Leaving the workforce by choice or through an organizational restructure can be stressful. Many professionals navigate a career change by including some of the following tips.
Help future employers understand what you have been doing since being employed by including activities in the resume such as volunteering, fundraising, coaching, caring for others, completing a significant personal achievement, or gaining new skills.
For example, if you were volunteering and helped raise $1,500 for your child’s school serving on a fundraiser committee include that information. Gaining new skills like learning a computer language or securing a certification should be added to the resume. When possible include tangible and measurable achievements.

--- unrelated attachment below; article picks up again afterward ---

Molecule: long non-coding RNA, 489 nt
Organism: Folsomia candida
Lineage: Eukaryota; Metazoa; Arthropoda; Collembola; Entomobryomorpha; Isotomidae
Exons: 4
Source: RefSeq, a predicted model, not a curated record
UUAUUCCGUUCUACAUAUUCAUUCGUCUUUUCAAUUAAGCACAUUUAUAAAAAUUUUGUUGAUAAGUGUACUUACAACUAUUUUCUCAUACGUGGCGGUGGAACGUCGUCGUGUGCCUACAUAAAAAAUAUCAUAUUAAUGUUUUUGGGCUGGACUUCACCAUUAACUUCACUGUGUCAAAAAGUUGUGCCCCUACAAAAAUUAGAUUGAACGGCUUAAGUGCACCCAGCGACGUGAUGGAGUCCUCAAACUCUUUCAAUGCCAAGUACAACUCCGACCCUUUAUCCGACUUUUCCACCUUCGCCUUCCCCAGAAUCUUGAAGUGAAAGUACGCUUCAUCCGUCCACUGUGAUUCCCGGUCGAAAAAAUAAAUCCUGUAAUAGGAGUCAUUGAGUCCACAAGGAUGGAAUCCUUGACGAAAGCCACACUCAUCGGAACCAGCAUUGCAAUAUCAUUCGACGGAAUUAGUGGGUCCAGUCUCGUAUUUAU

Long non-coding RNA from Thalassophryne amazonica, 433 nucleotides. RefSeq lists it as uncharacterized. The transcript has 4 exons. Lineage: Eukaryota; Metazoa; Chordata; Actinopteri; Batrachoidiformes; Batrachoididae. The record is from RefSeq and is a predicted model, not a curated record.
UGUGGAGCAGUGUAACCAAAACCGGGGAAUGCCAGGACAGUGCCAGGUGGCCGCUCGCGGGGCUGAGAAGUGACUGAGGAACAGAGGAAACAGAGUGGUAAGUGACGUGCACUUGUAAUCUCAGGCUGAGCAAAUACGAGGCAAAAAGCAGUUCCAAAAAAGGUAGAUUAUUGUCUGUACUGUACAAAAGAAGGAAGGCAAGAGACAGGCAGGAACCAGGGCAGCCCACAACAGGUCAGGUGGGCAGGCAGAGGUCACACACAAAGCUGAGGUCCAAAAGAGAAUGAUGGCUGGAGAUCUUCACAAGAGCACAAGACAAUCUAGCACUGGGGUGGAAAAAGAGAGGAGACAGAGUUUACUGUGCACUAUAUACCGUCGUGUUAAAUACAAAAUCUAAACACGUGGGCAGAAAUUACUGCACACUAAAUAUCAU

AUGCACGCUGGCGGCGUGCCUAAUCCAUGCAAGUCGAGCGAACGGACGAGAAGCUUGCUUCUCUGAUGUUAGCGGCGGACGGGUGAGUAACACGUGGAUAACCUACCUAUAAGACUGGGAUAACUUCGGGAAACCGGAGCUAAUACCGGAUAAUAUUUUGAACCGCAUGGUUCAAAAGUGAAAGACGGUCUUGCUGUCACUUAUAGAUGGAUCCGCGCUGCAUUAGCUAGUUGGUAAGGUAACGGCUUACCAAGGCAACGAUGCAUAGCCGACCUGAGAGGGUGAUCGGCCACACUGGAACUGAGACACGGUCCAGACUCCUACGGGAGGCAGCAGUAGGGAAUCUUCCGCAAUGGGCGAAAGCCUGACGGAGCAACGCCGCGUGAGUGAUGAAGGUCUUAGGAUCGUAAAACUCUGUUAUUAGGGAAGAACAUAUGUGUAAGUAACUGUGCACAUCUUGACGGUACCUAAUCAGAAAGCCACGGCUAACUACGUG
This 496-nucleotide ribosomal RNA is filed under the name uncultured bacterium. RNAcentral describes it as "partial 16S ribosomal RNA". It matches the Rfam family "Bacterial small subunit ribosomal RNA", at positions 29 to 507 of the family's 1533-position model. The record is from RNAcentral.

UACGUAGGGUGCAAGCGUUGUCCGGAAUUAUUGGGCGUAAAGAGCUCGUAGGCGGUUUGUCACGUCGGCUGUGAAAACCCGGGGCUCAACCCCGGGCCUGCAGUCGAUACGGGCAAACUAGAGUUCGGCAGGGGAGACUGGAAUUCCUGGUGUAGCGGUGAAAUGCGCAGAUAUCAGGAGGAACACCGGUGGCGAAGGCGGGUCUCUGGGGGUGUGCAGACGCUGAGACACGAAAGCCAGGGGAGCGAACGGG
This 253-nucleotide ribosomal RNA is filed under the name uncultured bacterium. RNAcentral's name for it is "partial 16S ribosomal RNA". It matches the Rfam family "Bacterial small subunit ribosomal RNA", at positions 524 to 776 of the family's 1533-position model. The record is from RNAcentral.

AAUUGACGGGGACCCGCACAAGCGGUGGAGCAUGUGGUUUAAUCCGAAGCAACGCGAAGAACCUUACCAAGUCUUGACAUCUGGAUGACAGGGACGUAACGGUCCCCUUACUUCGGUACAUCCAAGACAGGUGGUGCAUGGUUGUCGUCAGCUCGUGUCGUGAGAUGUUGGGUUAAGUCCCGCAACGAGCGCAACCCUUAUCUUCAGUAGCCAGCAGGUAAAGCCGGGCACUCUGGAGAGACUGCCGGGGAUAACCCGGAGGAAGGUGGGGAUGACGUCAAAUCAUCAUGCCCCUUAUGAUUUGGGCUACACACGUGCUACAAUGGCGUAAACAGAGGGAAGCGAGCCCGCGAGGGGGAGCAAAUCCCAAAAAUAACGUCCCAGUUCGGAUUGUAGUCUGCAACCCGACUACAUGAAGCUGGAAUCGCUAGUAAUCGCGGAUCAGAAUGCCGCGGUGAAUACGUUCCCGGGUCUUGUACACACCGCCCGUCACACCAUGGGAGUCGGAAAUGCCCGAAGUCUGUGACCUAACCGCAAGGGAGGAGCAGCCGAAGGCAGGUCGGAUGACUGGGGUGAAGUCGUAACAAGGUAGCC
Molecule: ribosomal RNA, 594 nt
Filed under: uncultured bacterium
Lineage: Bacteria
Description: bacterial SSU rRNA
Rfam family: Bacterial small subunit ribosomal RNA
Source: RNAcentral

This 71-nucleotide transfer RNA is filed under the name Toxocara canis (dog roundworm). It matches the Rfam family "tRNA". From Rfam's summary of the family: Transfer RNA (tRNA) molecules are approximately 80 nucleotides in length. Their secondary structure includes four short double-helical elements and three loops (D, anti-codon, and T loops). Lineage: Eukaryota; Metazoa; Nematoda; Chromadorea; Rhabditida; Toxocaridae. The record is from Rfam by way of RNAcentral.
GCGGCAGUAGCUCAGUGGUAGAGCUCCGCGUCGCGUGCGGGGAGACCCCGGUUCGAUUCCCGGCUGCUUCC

Experience Can Be Many Things
The resume experience section is not exclusively information reflecting full-time paid employment. The section can include significant contributions, accomplishments, and dates from volunteer positions if the experience increased knowledge or is relevant to a future job.
Experience—paid or unpaid—can contribute to a cohesive resume story, so think strategically about presenting resume content to communicate professional stability and growth.
Pursuing a different career or gaining new skills, certifications, or education? Place new skills and abilities near the top of the resume so hiring managers can easily understand how you can support their job needs.
Feeling isolated is normal after a change. Network, attend events, and build a community to avoid feelings of seclusion. Consider attending job support groups or other enriching events.
Ready to update your resume showcasing new skills? Contact me to discuss your project.